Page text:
8. Keep the Coffee On
I love walking into people’s homes and smelling the coffee immediately. It has a way of immediately making you feel more welcome. I think it has to do with the fact that it is a familiar smell that most of us can identify with.
So when you know that you have guests coming over, put on a pot of coffee. The aroma will fill your home, and your guests will most likely enjoy the hot beverage too.
9. We’ll Just Call You Paula
Along the same lines, you’ll want to get in touch with your inner Paula Dean (or which ever celebrity chef you most identify with.) Because when you have company coming over, it is always a good idea to have food on hand.
Again, this doesn’t have to be super expensive or stressful on you. You can do what I mentioned above, which is keep a cake stand full of baked goods on the counter at all times.
Or you could make and freeze some appetizers to pop in the oven when you know guests are heading in your direction.
Finally, you could always can food so you can pop open a couple of jars and have a quick, homemade meal on hand for your guests too. These are all ways to feed company quickly and on a budget as well.
10. Slip Your Shoes Off
You want a comfortable home. I know a lot of people love to have very regal homes, but the fact is, those types of homes make people feel more uncomfortable than anything.
So when you decorate your home, decorate for functionality and comfort. You want people to feel like they can come in your home, slip off their shoes, and take a nap.
Actually, I get told that all of the time by my friends when they come over, and I take that as the biggest compliment because they are comfortable at my house. Keep your guests comfort level in mind when you begin changing your home around to make it more inviting. Don’t think so much of impressing them as you do about just making your house a comfy place for you and for your friends.
11. Create an Art Gallery
Do you have children? If so, then let your home reflect your family. Part of making your home welcoming to others is to give them a glimpse of who the people are that live there.
So if your kids have art work, go ahead and put it on display. The key to this is to do it in a way that it doesn’t create a cluttered feel.
For instance, you could put a couple of the pictures on the fridge. Then frame a few of the other pictures. If your kids do sculpting or other fun arts and crafts, then create a floating shelf to display those items.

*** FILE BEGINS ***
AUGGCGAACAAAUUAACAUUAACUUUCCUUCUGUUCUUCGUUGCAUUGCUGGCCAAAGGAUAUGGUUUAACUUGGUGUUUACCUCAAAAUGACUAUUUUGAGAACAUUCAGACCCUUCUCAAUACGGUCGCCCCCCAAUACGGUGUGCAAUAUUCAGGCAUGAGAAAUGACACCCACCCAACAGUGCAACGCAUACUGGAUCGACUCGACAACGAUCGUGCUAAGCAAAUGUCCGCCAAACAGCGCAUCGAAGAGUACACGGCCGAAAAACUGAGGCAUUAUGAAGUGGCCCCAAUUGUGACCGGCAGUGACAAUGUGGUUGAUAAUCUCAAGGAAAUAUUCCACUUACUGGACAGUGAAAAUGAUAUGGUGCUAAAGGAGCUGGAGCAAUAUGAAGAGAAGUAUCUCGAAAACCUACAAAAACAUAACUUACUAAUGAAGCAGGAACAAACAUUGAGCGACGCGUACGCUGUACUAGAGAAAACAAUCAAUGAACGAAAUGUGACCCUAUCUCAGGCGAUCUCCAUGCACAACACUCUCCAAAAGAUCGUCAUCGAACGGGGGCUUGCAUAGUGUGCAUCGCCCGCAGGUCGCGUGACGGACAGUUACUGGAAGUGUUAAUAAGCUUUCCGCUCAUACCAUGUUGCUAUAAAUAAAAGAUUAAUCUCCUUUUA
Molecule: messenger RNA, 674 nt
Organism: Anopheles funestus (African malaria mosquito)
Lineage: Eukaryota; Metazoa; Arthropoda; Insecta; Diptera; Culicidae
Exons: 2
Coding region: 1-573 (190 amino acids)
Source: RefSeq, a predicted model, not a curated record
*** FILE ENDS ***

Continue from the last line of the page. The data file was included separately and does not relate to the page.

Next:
Putting stuff on display that represents the members of your family is a great way to welcome your guests to your home.
12. Say Cheese
Again, this is your home that you are being kind enough to open up to others. Don’t feel like everything has to be based around everyone else. After all, this is your house.
But you still want a home that people enjoy coming to in order to hang out, celebrate holidays, etc.
So why not give them more of a glimpse of your family? If you love pictures, then find ways to display those family outings that were caught on film. If you have family photos taken, then display those as well.
Not only does this give your guests an idea of who you really are, but it is also a great way to spark up a conversation. If a guest can look over and see a picture of your family white water rafting, then it leaves room for them to say something like, “Oh, you’ve gone white water rafting. I have too! What was your experience like?”
Then the conversation can take off from there. This is helpful, especially for people you are having over for the first time.
13. Colors Make the Difference
Finally, consider the warmth of your home when painting your walls. If you are a very vibrant person who loves bright colors, that is great.
But keep in mind that warm colors usually make a home a little more inviting. That is why I usually do an accent wall in my home that pops (and represents me), but I do warmer colors for the other walls.
Not only does my husband appreciate this (since he likes less vibrant colors), but it also gives my home character and makes my home more welcoming to others.
Well, you now know of 13 budget-friendly ways to make your home feel more welcoming to your guests.